Investigation under way into what killed beloved swan at San Francisco Palace of Fine Arts
SAN FRANCISCO - A female white swan returned to her home at San Francisco's Palace of Fine Arts on Tuesday, without her longtime time companion, a beloved swan who died last week from possible zinc and lead poisoning.
Blue Boy, a swan at San Francisco's Palace of Fine Arts has died. San Francisco Zoo officials said zinc and lead were found in the bird as well as in his swan mate, Blanche. (San Francisco Recreation and Park Department)
For years, Blanche, along with her mate Blue Boy, had been fixtures at the iconic San Francisco landmark, with the pair often seen wading in the Palace pond together.
The San Francisco Zoo said both birds were being treated by its veterinarians for possible zinc and lead poisoning last week when Blue Boy was found unresponsive. Efforts to revive him were unsuccessful.
The swan was estimated to be 17 years old.
Blue Boy (left) and his swan mate, Blanche, seen here at the San Francisco Zoo, where the birds were being treated for high levels of zinc and lead. Blue Boy died last week after being found unconscious. (San Francisco Recreation and Park Department)
Officials with the San Francisco Recreation and Park Department on Tuesday told KTVU that veterinarians believed the high zinc levels found in the birds may have been from swallowing pennies, a common source of zinc poisoning in birds.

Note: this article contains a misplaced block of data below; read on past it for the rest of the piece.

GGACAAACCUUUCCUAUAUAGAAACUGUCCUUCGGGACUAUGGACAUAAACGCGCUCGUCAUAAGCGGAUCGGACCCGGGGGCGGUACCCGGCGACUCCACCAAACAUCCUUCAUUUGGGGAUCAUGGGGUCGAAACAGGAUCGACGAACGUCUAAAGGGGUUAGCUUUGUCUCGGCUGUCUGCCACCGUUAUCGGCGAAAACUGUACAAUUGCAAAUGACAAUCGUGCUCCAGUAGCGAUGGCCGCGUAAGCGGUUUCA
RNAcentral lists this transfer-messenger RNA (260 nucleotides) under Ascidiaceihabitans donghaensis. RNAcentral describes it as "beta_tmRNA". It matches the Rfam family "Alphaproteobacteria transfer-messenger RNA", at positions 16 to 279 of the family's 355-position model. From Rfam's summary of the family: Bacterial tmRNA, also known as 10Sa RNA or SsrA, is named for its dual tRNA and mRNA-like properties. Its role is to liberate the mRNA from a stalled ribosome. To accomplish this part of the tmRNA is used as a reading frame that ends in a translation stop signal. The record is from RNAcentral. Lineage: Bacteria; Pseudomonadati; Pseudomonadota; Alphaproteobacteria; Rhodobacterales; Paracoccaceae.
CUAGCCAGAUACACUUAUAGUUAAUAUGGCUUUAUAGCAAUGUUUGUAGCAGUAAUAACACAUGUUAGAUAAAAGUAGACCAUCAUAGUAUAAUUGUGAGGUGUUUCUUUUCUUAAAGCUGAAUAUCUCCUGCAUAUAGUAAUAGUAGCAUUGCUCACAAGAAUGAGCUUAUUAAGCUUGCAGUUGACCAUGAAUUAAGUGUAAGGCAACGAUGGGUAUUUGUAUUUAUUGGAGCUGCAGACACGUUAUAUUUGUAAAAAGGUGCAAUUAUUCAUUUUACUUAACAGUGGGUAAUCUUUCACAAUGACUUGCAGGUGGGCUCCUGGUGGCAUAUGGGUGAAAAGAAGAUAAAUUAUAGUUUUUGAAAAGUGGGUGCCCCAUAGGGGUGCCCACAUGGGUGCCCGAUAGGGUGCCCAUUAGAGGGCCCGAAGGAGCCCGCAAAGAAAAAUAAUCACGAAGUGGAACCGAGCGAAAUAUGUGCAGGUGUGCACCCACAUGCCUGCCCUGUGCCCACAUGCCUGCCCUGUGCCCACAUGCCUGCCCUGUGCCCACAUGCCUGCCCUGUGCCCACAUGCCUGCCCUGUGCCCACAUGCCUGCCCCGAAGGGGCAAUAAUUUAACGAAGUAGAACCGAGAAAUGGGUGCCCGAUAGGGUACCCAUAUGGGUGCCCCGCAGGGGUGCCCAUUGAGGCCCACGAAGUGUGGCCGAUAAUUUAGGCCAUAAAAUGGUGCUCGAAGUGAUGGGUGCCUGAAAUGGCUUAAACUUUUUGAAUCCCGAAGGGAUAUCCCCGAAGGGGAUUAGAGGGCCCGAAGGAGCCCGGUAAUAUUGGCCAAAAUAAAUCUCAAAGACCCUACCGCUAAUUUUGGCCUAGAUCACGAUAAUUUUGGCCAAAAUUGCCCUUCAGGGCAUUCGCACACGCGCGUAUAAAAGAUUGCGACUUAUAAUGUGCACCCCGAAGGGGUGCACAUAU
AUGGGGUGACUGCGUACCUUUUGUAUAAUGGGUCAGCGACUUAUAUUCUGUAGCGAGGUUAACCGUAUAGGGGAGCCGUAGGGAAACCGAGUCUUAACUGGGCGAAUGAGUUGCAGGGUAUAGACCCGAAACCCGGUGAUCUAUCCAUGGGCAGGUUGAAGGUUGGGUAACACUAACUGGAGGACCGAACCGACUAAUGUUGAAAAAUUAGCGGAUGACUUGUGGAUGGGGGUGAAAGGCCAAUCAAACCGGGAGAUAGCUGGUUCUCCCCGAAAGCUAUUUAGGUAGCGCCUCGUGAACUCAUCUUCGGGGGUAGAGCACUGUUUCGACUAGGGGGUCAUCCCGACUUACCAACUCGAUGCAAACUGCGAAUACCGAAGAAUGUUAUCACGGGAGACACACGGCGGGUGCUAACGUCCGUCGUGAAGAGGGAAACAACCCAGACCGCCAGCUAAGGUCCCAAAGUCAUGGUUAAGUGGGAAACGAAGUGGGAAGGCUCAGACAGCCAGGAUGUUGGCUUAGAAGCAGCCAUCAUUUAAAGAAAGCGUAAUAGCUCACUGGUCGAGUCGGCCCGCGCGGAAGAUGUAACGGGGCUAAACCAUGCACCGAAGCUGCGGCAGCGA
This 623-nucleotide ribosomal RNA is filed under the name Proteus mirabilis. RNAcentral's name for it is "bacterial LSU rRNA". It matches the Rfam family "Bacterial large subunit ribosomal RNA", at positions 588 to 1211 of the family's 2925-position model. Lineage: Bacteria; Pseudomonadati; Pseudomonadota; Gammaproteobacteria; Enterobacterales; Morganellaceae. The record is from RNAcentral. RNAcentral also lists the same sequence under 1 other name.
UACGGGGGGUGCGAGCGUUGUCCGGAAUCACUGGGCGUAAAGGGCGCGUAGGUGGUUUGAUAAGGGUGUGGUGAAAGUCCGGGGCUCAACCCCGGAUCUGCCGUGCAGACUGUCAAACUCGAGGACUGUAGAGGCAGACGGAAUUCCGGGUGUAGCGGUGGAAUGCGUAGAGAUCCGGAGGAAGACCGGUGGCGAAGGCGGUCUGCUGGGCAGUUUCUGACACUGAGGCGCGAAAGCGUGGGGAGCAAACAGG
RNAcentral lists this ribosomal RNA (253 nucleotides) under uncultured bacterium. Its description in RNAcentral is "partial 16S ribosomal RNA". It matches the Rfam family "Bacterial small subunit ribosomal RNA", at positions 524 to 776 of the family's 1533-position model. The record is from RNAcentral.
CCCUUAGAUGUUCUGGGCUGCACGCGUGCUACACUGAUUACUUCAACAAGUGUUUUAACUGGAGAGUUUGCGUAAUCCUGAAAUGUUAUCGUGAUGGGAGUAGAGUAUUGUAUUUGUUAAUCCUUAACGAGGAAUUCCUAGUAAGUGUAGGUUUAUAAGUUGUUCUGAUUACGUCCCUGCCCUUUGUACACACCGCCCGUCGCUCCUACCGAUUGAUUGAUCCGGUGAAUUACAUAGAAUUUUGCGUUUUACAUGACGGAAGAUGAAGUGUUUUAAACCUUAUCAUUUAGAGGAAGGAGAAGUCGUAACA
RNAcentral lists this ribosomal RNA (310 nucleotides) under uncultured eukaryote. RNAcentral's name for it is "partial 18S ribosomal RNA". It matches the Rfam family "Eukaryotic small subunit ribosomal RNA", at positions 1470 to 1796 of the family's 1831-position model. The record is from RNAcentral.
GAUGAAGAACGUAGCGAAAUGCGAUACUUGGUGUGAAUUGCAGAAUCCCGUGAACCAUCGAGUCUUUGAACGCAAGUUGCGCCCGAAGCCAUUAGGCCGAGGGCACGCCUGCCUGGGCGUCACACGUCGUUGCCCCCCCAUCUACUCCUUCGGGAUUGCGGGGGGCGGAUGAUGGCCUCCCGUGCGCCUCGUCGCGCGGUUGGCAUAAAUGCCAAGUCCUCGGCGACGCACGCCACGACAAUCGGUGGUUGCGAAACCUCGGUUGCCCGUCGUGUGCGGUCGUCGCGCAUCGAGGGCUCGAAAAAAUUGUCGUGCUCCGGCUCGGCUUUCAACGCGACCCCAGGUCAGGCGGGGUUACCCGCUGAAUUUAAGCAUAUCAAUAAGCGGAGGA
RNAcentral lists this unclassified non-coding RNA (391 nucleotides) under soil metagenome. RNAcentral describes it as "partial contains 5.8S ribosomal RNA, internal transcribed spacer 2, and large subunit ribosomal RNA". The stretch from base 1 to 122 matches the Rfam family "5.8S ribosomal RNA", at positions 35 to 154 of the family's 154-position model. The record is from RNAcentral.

Officials also said soil samples collected from around the swans' habitat found some areas with higher levels of lead.
"All urban areas have some level of lead in the soil, much lower than could harm humans," said rec and park department spokeswoman Tamara Aparton. But for the birds, which have been in the area for decades, it’s possible the lead built up in their systems, Aparton explained.
She said it was also possible that the elevated levels of zinc and lead were unrelated to Blue Boy's death. The bird was not symptomatic and got sick very suddenly on Wednesday after being treated. He died the next day. Officials were awaiting the results of a necropsy on the bird and said at this point there was still no official cause of death.
On Thursday, the San Francisco Recreation and Park Department shared the news of the bird’s death on social media, saying, "We are saddened by the passing of Blue Boy, one of our two beloved Palace of Fine Arts swans. Our hearts are with his longtime mate Blanche and all of the Palace visitors who loved him."
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On social media, regular visitors to the Palace expressed their sadness over the news. Facebook user Brie Pierquet shared, "This is heartbreaking. I live down the street and love walking over there."
"Heartbroken for Blanche," wrote Molly Kish on Twitter, adding, "RIP #BlueBoy you were a treasure."
Before being returned to the Palace pond, zoo officials had continued to treat and monitor Blanche and said that she was doing well.
On Tuesday, as she was carried back to the water and released, she was seen waddling slowly, taking in her surroundings as her return home was one without the mate she had been with for the past ten years.
"I’m sure she is missing him," Aparton said, "as swans mate for life."